The volatility waiting game

06/24/21
  • UPST shares consolidating after 38% correction
  • AI-driven lending platform rallied nearly 130% in three weeks before downturn
  • Options volatility currently well below average

Like prices themselves, volatility goes up and volatility goes down, cycling between extremes as markets continually gain and lose momentum over time—regardless of which direction they’re moving.

So, when a stock rallies 128% in a three-week period and then sells off 38% over the next eight days, there’s a good chance traders will pause to catch their breath and volatility will throttle down.

That appears to be what happened recently in fintech stock Upstart (UPST), an AI-based lending platform that began trading in December. The stock may have rallied more than 4% yesterday, but that wasn’t  enough to break it out of the tight trading range it’s been in since June 16, when it closed nearly $75 below its all-time high from June 4:

Chart 1: Upstart (UPST), 12/16/20–6/23/21. Upstart (UPST) price chart. Tight range after sell-off.

Source: Power E*TRADE


Consolidations, by definition, represent price-movement slowdowns. When your trading range over a seven-day period is $14.10—between one-quarter and one-fifth the size of range of the previous seven days (and the seven days before that)—various volatility measures are going to let you know that things have cooled down, so to speak.

That’s certainly been the case for UPST, which appeared on yesterday’s LiveAction scan for symbols with 30-day implied volatility (IV) below their 30-day historical volatility:

Chart 2: LiveAction scan: 30-day HV > 30-day IV, 6/23/21. Unusual options activity. Expectations of lower volatility?

Source: Power E*TRADE


Low IV relative to HV is simply the options market’s way of saying it thinks UPST’s volatility over the next month could be lower than it’s been over the past month.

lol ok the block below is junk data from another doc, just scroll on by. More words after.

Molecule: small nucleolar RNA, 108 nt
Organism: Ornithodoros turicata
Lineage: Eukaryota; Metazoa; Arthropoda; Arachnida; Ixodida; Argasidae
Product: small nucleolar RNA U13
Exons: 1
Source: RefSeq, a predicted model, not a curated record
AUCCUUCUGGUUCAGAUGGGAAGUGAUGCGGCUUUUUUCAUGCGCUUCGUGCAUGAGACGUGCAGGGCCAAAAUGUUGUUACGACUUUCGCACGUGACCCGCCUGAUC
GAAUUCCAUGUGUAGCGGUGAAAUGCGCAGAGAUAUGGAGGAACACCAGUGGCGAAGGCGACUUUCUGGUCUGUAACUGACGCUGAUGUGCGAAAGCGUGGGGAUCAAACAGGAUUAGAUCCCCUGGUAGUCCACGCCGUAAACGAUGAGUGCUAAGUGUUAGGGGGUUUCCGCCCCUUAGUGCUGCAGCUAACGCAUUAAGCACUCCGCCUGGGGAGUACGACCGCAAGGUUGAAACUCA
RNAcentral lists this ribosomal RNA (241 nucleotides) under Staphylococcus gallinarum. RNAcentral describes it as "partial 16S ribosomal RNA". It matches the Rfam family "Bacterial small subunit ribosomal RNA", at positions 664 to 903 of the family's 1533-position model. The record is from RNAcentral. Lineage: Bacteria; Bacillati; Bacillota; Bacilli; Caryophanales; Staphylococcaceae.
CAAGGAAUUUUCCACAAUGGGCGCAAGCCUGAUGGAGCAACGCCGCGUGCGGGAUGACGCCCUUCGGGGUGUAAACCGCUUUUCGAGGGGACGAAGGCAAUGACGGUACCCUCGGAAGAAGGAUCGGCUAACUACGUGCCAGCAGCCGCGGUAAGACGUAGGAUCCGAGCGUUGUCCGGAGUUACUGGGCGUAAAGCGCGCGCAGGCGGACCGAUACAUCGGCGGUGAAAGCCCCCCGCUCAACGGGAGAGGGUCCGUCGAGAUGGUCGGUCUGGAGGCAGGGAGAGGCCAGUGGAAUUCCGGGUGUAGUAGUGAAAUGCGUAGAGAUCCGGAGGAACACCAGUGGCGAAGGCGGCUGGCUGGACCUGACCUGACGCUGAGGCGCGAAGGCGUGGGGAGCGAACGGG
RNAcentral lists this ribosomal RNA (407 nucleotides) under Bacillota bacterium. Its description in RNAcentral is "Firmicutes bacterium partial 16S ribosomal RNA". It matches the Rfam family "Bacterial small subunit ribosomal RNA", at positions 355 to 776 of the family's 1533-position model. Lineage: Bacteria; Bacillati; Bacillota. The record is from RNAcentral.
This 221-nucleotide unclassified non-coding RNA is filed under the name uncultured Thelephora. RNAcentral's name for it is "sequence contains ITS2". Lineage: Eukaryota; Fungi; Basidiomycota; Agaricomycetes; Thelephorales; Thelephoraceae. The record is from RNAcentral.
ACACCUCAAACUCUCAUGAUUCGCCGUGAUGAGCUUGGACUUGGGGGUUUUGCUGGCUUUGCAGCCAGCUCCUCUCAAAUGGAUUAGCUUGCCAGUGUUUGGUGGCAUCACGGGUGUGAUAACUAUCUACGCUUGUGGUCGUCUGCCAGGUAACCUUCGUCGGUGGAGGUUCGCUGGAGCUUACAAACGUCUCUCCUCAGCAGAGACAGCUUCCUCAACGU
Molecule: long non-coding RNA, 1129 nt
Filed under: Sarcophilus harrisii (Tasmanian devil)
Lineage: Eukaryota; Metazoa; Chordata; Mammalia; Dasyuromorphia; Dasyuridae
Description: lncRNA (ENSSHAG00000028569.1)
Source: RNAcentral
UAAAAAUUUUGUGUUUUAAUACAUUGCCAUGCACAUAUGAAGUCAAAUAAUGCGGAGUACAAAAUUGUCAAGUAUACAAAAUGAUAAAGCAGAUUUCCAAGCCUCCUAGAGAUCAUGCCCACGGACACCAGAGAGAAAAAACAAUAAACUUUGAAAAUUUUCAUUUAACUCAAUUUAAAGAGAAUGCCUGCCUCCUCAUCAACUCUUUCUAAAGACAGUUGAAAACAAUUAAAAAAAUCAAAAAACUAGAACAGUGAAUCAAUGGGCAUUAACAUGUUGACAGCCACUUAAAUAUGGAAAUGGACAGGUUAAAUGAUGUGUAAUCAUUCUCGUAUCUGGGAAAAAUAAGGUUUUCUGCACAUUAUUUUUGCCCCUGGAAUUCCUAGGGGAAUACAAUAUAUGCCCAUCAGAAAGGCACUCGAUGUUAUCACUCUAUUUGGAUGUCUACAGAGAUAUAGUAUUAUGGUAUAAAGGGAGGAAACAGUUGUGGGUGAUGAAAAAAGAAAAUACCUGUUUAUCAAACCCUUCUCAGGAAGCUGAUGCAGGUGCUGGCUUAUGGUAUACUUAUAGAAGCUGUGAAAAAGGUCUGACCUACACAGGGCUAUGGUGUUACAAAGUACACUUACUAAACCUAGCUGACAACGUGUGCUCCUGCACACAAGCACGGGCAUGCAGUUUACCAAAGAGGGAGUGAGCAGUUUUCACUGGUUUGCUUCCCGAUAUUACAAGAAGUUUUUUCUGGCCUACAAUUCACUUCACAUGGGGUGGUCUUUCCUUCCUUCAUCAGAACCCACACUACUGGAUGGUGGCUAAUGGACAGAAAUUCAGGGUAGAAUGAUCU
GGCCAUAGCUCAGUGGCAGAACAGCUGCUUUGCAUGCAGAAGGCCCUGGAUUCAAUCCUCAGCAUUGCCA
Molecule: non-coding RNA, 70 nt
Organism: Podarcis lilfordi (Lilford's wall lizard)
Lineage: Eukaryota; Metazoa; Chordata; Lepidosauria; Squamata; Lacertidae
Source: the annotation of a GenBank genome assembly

That basic condition was mirrored in UPST’s IV profile, which shows IV (solid line) was also running well below its 30-day average (dashed line) for the next four options expirations:

Chart 3: UPST implied volatility profile, 6/23/21. Upstart (UPST) options implied volatility (IV). Below-average IV.

Source: Power E*TRADE


Of course, contrarian traders would likely point out that lower-volatility periods are sometimes followed by higher-volatility periods, and breakout traders of all stripes tend to monitor typically fast-moving stocks that settle into tight, horizontal consolidations.

It’s impossible to know when a breakout will occur—and there can be many “false breakouts,” as prices lurch higher and lower before establishing any kind of meaningful trend—but the initial moves out of them can sometimes be high-momentum events, even if they don’t last very long. (J.B. Hunt Transport’s (JBHT) two-day, 5.3% breakdown out of a similar consolidation offers a recent example.)

Today’s numbers include: Durable Goods Orders (8:30 a.m.), Q1 GDP, final revision (8:30 a.m.), advance International Trade in Goods (8:30 a.m.), weekly jobless claims (8:30 a.m.), advance Retail and Wholesale Inventories (8:30 a.m.).

Today’s earnings include: Accenture (ACN), Rite Aid (RAD), BlackBerry (BB), FedEx (FDX), Progress Software (PRGS), Synnex (SNX), Darden Restaurants (DRI), Nike (NKE), Plug Power (PLUG).

Today’s IPOs include: Doximity (DOCS), Bright Health Group (BHG), Confluent (CFLT).

 

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